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Changes in the Autism Behavioral Phenotype During the Transition to Adulthood

Changes in the Autism Behavioral Phenotype During the Transition to Adulthood We examined whether exiting high school was associated with alterations in rates of change in autism symptoms and maladaptive behaviors. Participants were 242 youth with ASD who had recently exited the school system and were part of our larger longitudinal study; data were collected at five time points over nearly 10 years. Results indicated overall improvement of autism symptoms and internalized behaviors over the study period, but slowing rates of improvement after exit. Youth who did not have an intellectual disability evidenced the greatest slowing in improvement. Lower family income was associated with less improvement. Our findings suggest that adult day activities may not be as intellectually stimulating as educational activities in school, reflected by less phenotypic improvement after exit. http://www.deepdyve.com/assets/images/DeepDyve-Logo-lg.png Journal of Autism and Developmental Disorders Springer Journals

Changes in the Autism Behavioral Phenotype During the Transition to Adulthood

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References (72)

Publisher
Springer Journals
Copyright
Copyright © 2010 by Springer Science+Business Media, LLC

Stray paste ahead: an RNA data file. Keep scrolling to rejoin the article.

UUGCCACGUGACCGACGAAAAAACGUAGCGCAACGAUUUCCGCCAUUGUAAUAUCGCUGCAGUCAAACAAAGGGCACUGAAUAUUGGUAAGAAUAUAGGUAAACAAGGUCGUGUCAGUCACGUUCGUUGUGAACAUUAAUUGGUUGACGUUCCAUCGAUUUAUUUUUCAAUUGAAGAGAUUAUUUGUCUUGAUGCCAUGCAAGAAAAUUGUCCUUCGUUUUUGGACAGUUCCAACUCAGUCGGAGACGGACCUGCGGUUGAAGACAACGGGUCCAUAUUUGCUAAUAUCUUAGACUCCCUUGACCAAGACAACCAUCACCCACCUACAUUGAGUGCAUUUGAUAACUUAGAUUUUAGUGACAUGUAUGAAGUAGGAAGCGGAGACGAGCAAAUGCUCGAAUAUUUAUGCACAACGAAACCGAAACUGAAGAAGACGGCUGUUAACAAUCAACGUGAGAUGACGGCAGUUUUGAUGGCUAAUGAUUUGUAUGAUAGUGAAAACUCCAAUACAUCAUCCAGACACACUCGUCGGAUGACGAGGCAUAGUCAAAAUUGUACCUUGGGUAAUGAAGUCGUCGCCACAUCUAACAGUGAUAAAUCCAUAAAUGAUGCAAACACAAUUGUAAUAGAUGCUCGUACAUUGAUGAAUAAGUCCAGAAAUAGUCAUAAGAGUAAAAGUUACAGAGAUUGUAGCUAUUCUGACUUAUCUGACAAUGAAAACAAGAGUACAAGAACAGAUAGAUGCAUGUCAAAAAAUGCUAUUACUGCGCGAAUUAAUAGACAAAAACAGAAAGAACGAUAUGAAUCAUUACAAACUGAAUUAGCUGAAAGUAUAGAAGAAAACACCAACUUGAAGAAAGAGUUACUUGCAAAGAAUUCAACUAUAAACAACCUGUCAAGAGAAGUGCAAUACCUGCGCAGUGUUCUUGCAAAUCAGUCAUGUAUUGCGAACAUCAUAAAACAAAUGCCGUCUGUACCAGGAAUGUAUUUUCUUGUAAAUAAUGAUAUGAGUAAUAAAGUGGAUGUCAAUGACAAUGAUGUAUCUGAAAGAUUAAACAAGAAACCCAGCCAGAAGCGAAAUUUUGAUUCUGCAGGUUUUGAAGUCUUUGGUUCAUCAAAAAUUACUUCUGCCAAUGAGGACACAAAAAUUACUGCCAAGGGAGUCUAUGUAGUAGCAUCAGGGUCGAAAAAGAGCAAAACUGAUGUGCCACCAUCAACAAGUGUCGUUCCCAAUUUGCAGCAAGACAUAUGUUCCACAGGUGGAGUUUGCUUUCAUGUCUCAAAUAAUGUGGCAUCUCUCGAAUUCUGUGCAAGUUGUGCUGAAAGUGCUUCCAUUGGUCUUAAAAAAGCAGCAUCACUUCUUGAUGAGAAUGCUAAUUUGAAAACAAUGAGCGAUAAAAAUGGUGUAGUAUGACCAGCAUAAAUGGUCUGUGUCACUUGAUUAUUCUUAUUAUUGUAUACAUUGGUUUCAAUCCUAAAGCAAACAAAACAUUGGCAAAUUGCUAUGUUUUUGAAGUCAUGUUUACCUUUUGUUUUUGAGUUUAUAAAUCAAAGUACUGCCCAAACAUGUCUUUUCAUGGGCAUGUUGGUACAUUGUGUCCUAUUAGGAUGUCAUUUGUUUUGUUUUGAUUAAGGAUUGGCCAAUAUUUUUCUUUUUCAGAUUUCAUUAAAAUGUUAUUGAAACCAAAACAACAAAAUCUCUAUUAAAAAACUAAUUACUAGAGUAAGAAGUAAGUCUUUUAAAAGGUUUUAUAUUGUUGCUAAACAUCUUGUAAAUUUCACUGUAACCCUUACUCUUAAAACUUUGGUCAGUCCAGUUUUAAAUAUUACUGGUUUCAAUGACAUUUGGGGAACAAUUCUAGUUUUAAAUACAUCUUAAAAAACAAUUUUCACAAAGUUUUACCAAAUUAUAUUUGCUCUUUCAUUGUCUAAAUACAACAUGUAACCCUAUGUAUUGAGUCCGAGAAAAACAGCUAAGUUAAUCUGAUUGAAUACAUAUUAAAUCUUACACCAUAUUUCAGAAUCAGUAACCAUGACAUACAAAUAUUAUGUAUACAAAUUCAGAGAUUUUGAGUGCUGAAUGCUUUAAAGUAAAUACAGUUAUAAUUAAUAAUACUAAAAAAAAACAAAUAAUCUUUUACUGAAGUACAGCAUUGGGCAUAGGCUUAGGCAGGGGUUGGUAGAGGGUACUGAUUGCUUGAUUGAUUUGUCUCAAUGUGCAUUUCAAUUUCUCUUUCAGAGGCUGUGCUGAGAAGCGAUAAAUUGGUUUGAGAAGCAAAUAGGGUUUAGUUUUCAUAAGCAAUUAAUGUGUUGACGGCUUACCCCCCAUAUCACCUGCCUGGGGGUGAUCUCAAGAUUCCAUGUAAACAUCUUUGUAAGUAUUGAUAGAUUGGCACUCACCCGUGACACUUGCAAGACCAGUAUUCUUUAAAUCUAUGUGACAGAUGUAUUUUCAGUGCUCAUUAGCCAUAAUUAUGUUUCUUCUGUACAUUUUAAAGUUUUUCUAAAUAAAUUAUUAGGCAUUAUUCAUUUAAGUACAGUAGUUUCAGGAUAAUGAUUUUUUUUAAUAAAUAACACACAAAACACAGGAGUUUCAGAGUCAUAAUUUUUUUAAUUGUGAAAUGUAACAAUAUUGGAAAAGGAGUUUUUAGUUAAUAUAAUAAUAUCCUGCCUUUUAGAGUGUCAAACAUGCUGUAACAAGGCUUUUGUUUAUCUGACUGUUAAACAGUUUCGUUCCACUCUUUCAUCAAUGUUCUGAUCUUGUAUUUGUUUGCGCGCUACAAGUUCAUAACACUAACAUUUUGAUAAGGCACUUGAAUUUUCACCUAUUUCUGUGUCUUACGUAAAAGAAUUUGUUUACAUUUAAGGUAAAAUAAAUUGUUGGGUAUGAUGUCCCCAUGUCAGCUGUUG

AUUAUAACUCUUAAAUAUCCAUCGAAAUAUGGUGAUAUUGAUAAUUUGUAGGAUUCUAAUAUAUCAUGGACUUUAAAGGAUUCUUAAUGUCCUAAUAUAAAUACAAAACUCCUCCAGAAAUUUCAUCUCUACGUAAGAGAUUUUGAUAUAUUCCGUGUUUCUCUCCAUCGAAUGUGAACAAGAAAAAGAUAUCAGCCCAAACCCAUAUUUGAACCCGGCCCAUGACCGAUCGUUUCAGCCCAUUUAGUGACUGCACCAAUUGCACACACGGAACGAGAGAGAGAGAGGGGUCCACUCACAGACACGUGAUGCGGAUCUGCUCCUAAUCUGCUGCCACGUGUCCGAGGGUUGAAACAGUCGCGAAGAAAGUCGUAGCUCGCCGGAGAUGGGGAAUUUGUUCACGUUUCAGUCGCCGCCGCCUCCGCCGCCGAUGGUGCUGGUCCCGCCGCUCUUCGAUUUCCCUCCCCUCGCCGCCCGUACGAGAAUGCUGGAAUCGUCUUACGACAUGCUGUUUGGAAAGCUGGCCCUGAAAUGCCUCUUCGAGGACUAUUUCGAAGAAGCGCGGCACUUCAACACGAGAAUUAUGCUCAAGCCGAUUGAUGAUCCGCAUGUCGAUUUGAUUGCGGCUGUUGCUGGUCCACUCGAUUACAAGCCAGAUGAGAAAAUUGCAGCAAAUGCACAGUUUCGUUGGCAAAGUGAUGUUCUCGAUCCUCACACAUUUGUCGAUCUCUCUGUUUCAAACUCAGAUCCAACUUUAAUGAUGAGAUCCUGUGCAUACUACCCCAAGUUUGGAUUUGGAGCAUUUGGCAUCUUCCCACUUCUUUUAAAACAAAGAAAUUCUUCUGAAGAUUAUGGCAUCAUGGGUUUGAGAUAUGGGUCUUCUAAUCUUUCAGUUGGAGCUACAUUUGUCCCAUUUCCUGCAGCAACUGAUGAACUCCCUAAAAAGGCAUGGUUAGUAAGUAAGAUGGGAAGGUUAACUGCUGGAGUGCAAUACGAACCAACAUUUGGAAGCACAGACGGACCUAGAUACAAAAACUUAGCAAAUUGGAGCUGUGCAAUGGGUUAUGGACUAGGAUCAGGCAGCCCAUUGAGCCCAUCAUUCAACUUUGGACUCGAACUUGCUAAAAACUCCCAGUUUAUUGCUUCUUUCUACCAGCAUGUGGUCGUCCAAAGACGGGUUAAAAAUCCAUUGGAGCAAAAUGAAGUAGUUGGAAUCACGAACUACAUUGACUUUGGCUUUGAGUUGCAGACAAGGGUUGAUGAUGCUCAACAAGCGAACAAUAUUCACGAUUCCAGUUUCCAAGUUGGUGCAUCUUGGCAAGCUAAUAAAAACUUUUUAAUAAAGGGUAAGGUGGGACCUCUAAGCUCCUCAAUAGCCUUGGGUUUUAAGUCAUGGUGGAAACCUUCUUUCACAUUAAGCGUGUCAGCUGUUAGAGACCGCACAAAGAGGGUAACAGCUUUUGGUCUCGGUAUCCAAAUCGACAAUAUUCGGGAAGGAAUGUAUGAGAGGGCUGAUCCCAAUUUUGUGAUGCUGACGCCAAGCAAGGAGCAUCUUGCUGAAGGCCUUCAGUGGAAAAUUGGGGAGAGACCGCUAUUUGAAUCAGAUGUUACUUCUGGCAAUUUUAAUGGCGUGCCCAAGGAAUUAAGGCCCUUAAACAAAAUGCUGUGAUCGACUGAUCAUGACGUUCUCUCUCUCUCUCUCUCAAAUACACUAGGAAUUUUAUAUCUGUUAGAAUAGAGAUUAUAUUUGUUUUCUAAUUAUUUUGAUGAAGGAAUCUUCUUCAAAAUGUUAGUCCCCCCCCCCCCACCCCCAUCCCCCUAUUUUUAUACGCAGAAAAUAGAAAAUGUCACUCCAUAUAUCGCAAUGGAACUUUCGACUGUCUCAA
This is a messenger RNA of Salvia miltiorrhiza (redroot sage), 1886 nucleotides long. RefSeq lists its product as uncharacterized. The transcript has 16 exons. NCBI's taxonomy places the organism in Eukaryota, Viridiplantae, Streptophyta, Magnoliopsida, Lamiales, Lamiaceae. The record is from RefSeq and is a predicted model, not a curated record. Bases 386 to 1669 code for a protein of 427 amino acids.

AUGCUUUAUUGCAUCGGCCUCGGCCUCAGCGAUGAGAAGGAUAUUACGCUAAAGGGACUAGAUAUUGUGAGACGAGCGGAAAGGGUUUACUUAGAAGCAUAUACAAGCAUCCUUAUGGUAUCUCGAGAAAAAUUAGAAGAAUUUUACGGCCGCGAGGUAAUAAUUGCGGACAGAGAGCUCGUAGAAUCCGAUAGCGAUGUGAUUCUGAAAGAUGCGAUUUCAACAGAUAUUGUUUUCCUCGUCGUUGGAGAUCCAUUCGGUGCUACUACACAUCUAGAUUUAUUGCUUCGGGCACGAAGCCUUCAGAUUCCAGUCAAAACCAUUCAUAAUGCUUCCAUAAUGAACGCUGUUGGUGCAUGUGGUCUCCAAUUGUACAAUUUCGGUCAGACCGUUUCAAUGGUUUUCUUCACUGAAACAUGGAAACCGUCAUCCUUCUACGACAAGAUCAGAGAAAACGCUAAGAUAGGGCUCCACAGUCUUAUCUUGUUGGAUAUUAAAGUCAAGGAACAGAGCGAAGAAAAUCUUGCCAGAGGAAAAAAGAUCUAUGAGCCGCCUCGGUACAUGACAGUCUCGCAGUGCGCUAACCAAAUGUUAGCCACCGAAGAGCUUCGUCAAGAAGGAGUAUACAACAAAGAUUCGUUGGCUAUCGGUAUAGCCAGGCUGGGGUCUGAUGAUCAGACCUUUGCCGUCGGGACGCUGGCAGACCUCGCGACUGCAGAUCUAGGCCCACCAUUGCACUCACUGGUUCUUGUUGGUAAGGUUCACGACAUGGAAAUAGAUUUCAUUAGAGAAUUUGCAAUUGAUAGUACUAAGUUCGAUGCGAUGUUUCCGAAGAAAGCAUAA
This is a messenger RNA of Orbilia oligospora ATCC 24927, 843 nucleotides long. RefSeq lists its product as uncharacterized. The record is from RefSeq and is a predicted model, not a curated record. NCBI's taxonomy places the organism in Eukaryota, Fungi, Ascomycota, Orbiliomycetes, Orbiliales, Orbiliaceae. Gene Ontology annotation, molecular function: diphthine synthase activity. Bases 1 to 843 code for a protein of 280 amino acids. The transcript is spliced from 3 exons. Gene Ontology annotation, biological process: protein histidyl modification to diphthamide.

Subject
Psychology; Child and School Psychology; Pediatrics; Neurosciences; Public Health
ISSN
0162-3257
eISSN
1573-3432
DOI
10.1007/s10803-010-1005-z
pmid
20361245
Publisher site
See Article on Publisher Site

Abstract

We examined whether exiting high school was associated with alterations in rates of change in autism symptoms and maladaptive behaviors. Participants were 242 youth with ASD who had recently exited the school system and were part of our larger longitudinal study; data were collected at five time points over nearly 10 years. Results indicated overall improvement of autism symptoms and internalized behaviors over the study period, but slowing rates of improvement after exit. Youth who did not have an intellectual disability evidenced the greatest slowing in improvement. Lower family income was associated with less improvement. Our findings suggest that adult day activities may not be as intellectually stimulating as educational activities in school, reflected by less phenotypic improvement after exit.

Journal

Journal of Autism and Developmental DisordersSpringer Journals

Published: Apr 2, 2010

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